Wednesday, 25 February 2015

Colour & Vintage Copper Finishes

Here at Carron, we pride ourselves on being able to manufacture products tailored specifically to our customers needs, right down to the finishing touches! For this reason, we offer a huge range of colours, styles and finishes that you can have on your radiator, even some that are a little out of the ordinary!

One of the more unique finishes we offer is the Vintage Copper, shown here on one of our more unusually designed radiators, the Dragonfly. This finish would be perfect for a period home, and its rustic look means it would match traditional décor well, or even a house that features a lot of wood, which is set to be a big trend for 2015. The look is created by painting the radiator with a reactive paint which is made from real copper, which deepens over time. This paint reacts with Patina, creating a real oxidised metal surface, to give it a truly authentic colour.

You don’t have to worry if your style is a little eccentric, we like to cater to everyone’s tastes here at Carron, so as well as a number of beautiful finishes, we also offer a multitude of paint colours, from fuschia to royal blue, and we also offer a unique colour matching service to a number of major paint companies such as Farrow and Ball, meaning you can match your new Cast Iron radiator to your existing décor. You can even have different sections painted in different colours.

Tuesday, 17 February 2015

Considerations before purchasing a cast Iron radiator

Cast Iron is without a doubt one of the most attractive styles of radiator you can buy. The endless amounts of designs you can choose from means you will always be able to find one to suit your décor, and cast iron comes with an longevity which is unrivalled by modern radiators. When it comes to choosing the best radiator for your home there should be a number of factors to consider, such as:

Location: While our wide range of cast iron radiators work well in a number of locations, many people choose to place them in the coldest part of the room. This makes sense, as it will mean your room will stay warmer for longer as the cold air will be heated up. This is why people tend to place them in bathrooms, under windows or in long hallways.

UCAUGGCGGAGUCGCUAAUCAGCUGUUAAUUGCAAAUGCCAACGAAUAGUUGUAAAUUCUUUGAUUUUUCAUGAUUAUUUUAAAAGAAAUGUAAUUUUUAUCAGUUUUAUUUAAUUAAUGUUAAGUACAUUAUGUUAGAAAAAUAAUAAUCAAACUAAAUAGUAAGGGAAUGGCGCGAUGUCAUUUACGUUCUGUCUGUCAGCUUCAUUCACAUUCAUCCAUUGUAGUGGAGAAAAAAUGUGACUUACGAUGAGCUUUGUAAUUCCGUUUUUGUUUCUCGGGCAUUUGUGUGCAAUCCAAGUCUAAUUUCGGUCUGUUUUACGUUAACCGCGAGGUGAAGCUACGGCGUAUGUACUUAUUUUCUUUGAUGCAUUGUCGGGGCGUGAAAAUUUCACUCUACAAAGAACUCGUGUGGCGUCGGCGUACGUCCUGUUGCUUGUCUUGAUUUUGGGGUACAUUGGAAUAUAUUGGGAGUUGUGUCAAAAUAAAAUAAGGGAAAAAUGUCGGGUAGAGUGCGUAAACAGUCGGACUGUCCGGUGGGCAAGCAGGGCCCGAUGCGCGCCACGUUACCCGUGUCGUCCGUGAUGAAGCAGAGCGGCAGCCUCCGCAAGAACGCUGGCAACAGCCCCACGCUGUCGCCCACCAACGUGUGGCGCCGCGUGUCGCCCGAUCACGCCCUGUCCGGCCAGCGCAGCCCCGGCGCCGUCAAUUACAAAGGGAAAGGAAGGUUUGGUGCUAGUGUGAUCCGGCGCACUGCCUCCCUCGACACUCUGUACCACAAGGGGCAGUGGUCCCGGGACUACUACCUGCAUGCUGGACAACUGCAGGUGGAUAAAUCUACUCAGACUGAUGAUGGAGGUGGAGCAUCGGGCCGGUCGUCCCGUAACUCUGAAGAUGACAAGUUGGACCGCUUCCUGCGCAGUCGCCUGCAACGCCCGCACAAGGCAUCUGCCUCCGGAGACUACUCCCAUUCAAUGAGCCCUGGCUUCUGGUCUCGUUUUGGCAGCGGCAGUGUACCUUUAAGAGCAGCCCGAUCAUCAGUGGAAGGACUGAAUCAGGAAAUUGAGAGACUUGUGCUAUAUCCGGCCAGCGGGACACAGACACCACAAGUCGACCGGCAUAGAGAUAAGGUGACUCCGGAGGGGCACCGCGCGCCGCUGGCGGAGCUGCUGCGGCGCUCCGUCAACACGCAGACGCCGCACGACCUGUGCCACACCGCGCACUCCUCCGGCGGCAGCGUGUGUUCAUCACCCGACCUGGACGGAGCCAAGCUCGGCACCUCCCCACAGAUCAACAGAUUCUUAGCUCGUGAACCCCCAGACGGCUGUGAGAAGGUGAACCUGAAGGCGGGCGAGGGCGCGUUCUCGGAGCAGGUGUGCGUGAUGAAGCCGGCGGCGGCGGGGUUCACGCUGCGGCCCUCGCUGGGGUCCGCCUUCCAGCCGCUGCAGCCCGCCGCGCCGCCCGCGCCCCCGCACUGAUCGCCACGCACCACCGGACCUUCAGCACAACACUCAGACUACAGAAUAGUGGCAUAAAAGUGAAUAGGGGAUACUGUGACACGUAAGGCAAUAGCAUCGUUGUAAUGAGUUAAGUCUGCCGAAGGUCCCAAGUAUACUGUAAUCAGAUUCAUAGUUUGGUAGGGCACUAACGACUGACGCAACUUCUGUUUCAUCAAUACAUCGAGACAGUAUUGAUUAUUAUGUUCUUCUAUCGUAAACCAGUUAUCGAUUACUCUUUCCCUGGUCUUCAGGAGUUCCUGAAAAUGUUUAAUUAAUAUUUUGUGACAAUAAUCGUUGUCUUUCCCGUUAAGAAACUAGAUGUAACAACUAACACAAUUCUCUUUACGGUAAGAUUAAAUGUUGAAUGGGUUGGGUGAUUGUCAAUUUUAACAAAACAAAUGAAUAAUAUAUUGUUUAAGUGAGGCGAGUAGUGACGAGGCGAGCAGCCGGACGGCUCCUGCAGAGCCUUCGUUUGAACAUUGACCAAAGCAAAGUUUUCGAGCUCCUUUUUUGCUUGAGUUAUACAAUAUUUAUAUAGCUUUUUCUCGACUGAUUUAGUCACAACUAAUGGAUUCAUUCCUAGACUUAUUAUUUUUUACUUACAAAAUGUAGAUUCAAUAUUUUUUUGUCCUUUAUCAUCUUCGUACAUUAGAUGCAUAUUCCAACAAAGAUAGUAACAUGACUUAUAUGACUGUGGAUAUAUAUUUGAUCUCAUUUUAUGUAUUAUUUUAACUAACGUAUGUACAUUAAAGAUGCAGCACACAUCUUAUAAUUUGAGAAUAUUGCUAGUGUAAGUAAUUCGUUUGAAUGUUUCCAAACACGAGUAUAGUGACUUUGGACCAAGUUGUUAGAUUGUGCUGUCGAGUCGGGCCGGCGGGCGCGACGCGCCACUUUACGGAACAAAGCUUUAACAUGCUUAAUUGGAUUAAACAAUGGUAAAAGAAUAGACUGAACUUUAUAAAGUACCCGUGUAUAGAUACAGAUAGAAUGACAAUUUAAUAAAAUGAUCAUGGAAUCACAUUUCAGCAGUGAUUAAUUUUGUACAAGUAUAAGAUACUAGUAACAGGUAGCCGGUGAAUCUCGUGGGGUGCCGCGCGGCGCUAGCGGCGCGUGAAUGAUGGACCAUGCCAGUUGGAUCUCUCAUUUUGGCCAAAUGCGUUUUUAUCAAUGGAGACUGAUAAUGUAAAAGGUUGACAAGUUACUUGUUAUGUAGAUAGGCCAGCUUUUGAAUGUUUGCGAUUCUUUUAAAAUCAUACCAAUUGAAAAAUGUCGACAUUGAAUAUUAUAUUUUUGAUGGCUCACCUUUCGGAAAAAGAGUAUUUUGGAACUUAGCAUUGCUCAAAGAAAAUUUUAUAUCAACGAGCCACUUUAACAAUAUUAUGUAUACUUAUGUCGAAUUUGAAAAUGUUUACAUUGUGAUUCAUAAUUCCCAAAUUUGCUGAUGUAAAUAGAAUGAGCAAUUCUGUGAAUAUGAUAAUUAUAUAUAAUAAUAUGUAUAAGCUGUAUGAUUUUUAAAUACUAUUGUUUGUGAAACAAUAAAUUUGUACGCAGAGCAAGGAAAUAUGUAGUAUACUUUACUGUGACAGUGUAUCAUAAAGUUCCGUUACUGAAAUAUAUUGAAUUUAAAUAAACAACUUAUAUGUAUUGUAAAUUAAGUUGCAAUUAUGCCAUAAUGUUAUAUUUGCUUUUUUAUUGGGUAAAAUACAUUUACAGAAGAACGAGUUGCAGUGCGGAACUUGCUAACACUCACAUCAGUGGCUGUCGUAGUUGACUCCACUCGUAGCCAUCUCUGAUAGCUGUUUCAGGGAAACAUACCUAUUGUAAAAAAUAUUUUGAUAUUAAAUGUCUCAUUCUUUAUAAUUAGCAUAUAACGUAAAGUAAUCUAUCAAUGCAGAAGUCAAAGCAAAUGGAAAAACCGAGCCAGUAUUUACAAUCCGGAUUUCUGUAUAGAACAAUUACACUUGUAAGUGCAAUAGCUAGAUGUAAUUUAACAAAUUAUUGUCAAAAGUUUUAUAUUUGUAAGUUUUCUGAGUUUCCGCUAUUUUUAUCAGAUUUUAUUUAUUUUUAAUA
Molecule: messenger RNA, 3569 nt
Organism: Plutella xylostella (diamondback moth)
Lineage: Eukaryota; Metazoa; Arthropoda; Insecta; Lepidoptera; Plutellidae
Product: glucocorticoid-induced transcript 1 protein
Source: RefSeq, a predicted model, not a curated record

How much heat output you need: This is one of the most important considerations to think about, as you may need only one small radiator if you are heating a small room, but you may need two large ones depending on the size and style of the room. Luckily, all of our cast iron radiators are completely customisable and you can choose exactly how many sections you want for your radiator, so if you are interested in a particular design, you won’t have to worry about it being too large for your room.
Try our BTU calculator to find out today!

Style: The most fun part of purchasing a Cast Iron radiator! We offer a huge range of radiators, from the highly decorative, regal French Antoinette, to the small and compact Churchill, you will be spoilt for choice when it comes to choosing a design from Carron.

Monday, 9 February 2015

New for 2015...: The Loxley Cast Iron Fireplace Surround!

Carron is pleased to introduce a new addition for 2015 – the Loxley Fireplace surround.

This stunning new fireplace surround takes its inspiration from a traditional Georgian design, and features a sleek, sharp look. Pictured here in the hand burnished finish, this fireplace surround will also be available in black, meaning you can match it to the right insert, giving the desired effect, whether you have a modern or traditional home.
Pictured here with the Royal insert, the Loxley in hand burnished would also partner nicely with our Celtic Arch insert (pictured below) thanks to its hand burnished archway. The design and the hand burnished finish of this fireplace surround would suit a contemporary home well, whereas black with a different insert would suit a more traditional home well.

Not only can this fireplace surround be used for an open fire, as it is made from Cast Iron, it could also be used to frame a Carron Stove!